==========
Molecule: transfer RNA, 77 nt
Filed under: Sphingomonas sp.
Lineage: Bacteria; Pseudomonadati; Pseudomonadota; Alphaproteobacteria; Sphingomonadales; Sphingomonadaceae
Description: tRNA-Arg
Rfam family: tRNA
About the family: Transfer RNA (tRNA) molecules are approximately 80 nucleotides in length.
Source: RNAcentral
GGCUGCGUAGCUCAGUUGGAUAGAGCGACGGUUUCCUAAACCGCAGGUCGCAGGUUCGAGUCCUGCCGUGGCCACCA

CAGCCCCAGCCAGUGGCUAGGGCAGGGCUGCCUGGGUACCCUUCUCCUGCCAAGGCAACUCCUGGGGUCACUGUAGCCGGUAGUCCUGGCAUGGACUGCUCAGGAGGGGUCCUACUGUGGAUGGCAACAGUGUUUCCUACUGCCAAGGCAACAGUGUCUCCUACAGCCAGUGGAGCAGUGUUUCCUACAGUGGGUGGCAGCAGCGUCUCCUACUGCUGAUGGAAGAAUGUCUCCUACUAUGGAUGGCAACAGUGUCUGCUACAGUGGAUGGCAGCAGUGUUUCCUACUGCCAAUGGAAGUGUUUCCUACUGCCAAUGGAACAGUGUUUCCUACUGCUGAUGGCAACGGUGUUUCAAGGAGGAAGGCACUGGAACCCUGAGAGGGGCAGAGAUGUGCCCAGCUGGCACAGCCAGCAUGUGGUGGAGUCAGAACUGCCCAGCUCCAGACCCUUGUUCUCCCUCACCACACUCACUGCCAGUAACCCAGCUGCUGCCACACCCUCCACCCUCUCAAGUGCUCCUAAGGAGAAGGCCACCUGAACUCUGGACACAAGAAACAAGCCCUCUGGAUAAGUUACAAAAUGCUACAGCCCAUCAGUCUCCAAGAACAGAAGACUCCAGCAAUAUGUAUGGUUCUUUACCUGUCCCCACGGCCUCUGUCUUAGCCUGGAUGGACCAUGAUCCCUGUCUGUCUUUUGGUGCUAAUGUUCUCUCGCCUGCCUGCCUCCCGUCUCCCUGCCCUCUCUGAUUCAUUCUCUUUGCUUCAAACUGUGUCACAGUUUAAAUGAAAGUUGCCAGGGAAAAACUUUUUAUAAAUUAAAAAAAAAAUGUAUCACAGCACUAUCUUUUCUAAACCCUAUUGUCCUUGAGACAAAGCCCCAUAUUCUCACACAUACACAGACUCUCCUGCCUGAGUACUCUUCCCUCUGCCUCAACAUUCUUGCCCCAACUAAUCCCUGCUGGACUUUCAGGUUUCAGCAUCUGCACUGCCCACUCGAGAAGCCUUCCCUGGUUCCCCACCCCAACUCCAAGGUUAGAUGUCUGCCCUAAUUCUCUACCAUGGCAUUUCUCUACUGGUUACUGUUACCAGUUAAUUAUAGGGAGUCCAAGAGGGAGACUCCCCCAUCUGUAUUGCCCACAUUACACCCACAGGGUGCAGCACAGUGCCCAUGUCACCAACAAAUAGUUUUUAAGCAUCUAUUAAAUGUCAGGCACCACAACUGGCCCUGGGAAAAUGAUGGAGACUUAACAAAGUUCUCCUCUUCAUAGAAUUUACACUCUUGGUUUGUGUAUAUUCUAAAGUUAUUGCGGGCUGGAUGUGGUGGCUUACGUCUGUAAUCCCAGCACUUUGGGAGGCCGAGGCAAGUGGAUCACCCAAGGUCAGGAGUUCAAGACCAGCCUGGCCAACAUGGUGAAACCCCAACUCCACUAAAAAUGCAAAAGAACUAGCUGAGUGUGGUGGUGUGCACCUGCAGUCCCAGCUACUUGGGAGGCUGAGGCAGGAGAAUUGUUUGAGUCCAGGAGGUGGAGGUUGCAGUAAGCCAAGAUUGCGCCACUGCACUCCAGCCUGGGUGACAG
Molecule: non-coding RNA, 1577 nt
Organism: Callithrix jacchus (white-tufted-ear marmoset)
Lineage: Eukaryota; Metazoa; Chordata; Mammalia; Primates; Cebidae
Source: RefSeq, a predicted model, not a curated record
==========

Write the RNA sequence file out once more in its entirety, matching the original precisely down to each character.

Molecule: transfer RNA, 77 nt
Filed under: Sphingomonas sp.
Lineage: Bacteria; Pseudomonadati; Pseudomonadota; Alphaproteobacteria; Sphingomonadales; Sphingomonadaceae
Description: tRNA-Arg
Rfam family: tRNA
About the family: Transfer RNA (tRNA) molecules are approximately 80 nucleotides in length.
Source: RNAcentral
GGCUGCGUAGCUCAGUUGGAUAGAGCGACGGUUUCCUAAACCGCAGGUCGCAGGUUCGAGUCCUGCCGUGGCCACCA

CAGCCCCAGCCAGUGGCUAGGGCAGGGCUGCCUGGGUACCCUUCUCCUGCCAAGGCAACUCCUGGGGUCACUGUAGCCGGUAGUCCUGGCAUGGACUGCUCAGGAGGGGUCCUACUGUGGAUGGCAACAGUGUUUCCUACUGCCAAGGCAACAGUGUCUCCUACAGCCAGUGGAGCAGUGUUUCCUACAGUGGGUGGCAGCAGCGUCUCCUACUGCUGAUGGAAGAAUGUCUCCUACUAUGGAUGGCAACAGUGUCUGCUACAGUGGAUGGCAGCAGUGUUUCCUACUGCCAAUGGAAGUGUUUCCUACUGCCAAUGGAACAGUGUUUCCUACUGCUGAUGGCAACGGUGUUUCAAGGAGGAAGGCACUGGAACCCUGAGAGGGGCAGAGAUGUGCCCAGCUGGCACAGCCAGCAUGUGGUGGAGUCAGAACUGCCCAGCUCCAGACCCUUGUUCUCCCUCACCACACUCACUGCCAGUAACCCAGCUGCUGCCACACCCUCCACCCUCUCAAGUGCUCCUAAGGAGAAGGCCACCUGAACUCUGGACACAAGAAACAAGCCCUCUGGAUAAGUUACAAAAUGCUACAGCCCAUCAGUCUCCAAGAACAGAAGACUCCAGCAAUAUGUAUGGUUCUUUACCUGUCCCCACGGCCUCUGUCUUAGCCUGGAUGGACCAUGAUCCCUGUCUGUCUUUUGGUGCUAAUGUUCUCUCGCCUGCCUGCCUCCCGUCUCCCUGCCCUCUCUGAUUCAUUCUCUUUGCUUCAAACUGUGUCACAGUUUAAAUGAAAGUUGCCAGGGAAAAACUUUUUAUAAAUUAAAAAAAAAAUGUAUCACAGCACUAUCUUUUCUAAACCCUAUUGUCCUUGAGACAAAGCCCCAUAUUCUCACACAUACACAGACUCUCCUGCCUGAGUACUCUUCCCUCUGCCUCAACAUUCUUGCCCCAACUAAUCCCUGCUGGACUUUCAGGUUUCAGCAUCUGCACUGCCCACUCGAGAAGCCUUCCCUGGUUCCCCACCCCAACUCCAAGGUUAGAUGUCUGCCCUAAUUCUCUACCAUGGCAUUUCUCUACUGGUUACUGUUACCAGUUAAUUAUAGGGAGUCCAAGAGGGAGACUCCCCCAUCUGUAUUGCCCACAUUACACCCACAGGGUGCAGCACAGUGCCCAUGUCACCAACAAAUAGUUUUUAAGCAUCUAUUAAAUGUCAGGCACCACAACUGGCCCUGGGAAAAUGAUGGAGACUUAACAAAGUUCUCCUCUUCAUAGAAUUUACACUCUUGGUUUGUGUAUAUUCUAAAGUUAUUGCGGGCUGGAUGUGGUGGCUUACGUCUGUAAUCCCAGCACUUUGGGAGGCCGAGGCAAGUGGAUCACCCAAGGUCAGGAGUUCAAGACCAGCCUGGCCAACAUGGUGAAACCCCAACUCCACUAAAAAUGCAAAAGAACUAGCUGAGUGUGGUGGUGUGCACCUGCAGUCCCAGCUACUUGGGAGGCUGAGGCAGGAGAAUUGUUUGAGUCCAGGAGGUGGAGGUUGCAGUAAGCCAAGAUUGCGCCACUGCACUCCAGCCUGGGUGACAG
Molecule: non-coding RNA, 1577 nt
Organism: Callithrix jacchus (white-tufted-ear marmoset)
Lineage: Eukaryota; Metazoa; Chordata; Mammalia; Primates; Cebidae
Source: RefSeq, a predicted model, not a curated record